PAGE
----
What You Didn’t Know About Dandelions
The dandelion is one of the healthiest and most versatile wild plants you’ll find in your backyard. If you grew up in temperate North America you’ll likely have childhood memories of your father spraying them with herbicide. Until recently I never knew how neglected this tasty green “weed” was.
It can be found growing in temperate regions of the world, in lawns, on roadsides, on disturbed banks and shores of waterways , and other areas with moist soils. Taraxacum officinale is considered a weed, especially in lawns and along roadsides, but it is sometimes used as a medical herb and in food preparation. The dandelion is well-known for its yellow flower heads and the famously gruesome children’s saying, “momma had a baby and it’s head popped off“. They’re also known for their heads that turn into round balls of flying fluffy seeds that disperse in the wind.
They’re a hardy plant. Their long tap root that can produce new plants from even a 1-inch section of root. So if you decide to propagate them, or let them go wild, put them in an area that’s easy to control and pick them before they go to seed.
According to the University of Nebraska Extension:
Many gardeners don’t realize that dandelions are a perennial, and if not controlled each plant’s crown and root system will remain alive after the leaves have died in fall. Plants overwinter and begin growing again in early spring. Dandelions blooming in early spring do not result from newly germinated seedlings; instead they are the result of the previous year’s overwintered plants.
Why Eat Dandelions?
The leaves are vitamin rich, containing generous amounts of vitamins A, C and K. Everything, from the flower all the way down to the root, is edible. And, dandelions also happen to be delicious. Below you’ll see the nutritional profile of 100g of raw dandelion leaves. The taste of dandelion resembles a mildly bitter green like arugula. You can eat them fresh in salads and they’re an amazing stir fry addition.
How to Prepare Dandelions
You can add them to soup in great abundance. Or you can prepare them Italian style by sautéing with a little olive oil, salt, garlic and some hot red pepper. If you prefer a southern fare, eat the bright, open flower heads in a lightly fried batter. You can also make the famed “dandelion wine” with the flowers by fermenting them with raisins and yeast. Many foraging guides also suggest roasting the dandelion root, grinding it, and brew it like coffee. It’s an acquired taste. You might want to have some sugar on hand.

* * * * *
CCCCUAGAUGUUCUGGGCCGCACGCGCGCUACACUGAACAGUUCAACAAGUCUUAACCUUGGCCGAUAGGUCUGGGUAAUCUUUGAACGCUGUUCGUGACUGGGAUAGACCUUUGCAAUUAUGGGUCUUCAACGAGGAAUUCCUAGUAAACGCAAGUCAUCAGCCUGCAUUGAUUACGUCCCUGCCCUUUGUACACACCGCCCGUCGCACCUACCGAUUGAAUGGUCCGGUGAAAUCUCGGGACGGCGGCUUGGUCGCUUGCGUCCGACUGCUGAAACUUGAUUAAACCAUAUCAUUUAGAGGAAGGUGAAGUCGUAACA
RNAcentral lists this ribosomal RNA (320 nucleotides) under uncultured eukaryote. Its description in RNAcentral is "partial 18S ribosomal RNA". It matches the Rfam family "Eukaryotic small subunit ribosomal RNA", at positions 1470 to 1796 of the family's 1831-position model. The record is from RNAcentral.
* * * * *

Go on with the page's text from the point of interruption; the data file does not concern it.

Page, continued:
- Dandelion Greens With Double Garlic
- Dandelion Herbal Root Tea
- Wild Spring Green Pizza
- Dandelion Quesadillas
- Gourmet Dandelion Green Salad
- Dandelion Pumpkin Seed Pesto
- Fried Dandelions (Appalachian Style)
- Dandelion Wine
- Wilted Dandelion Greens with Toasted Mustard Seed
- Dandelion Greens With a Kick
How to Identify Dandelions in the Wild
The leaves are most tender, and tastiest, when they are young. This happens in the spring but also all summer along as the plant tries to rebound after being cut or pulled. They’re fairly easy to identify, however they have a common imposter.
One famous look-alike species (Hypochaeris radicata) is known as “catsear”, “flatweed” or “false dandelion”. They have fuzzier, less jagged leaves and thinner stems topped with bright yellow flower. Unlike the dandelion, catsear is toxic for horses and livestock. Don’t worry, it’s safe for human consumption. I’ve never eaten catsear but I’ve heard it tastes more bitter than dandelion, and along with its fuzzier leaves, may be the reason it’s less popular.
If you plan to harvest dandelions, be very certain that they have NOT been sprayed with any sort of chemical or herbicide. I wouldn’t suggest parks, roadways or unknown yards.
Can You Grow Your Own Dandelions?
While most Dandelions are foraged for in the wild, there are seeds available for purchase if you want to grow a leafy culinary variety. Give them a try in your garden; they’re far more nutritious than plain old lettuce! Below is a link to purchase seeds.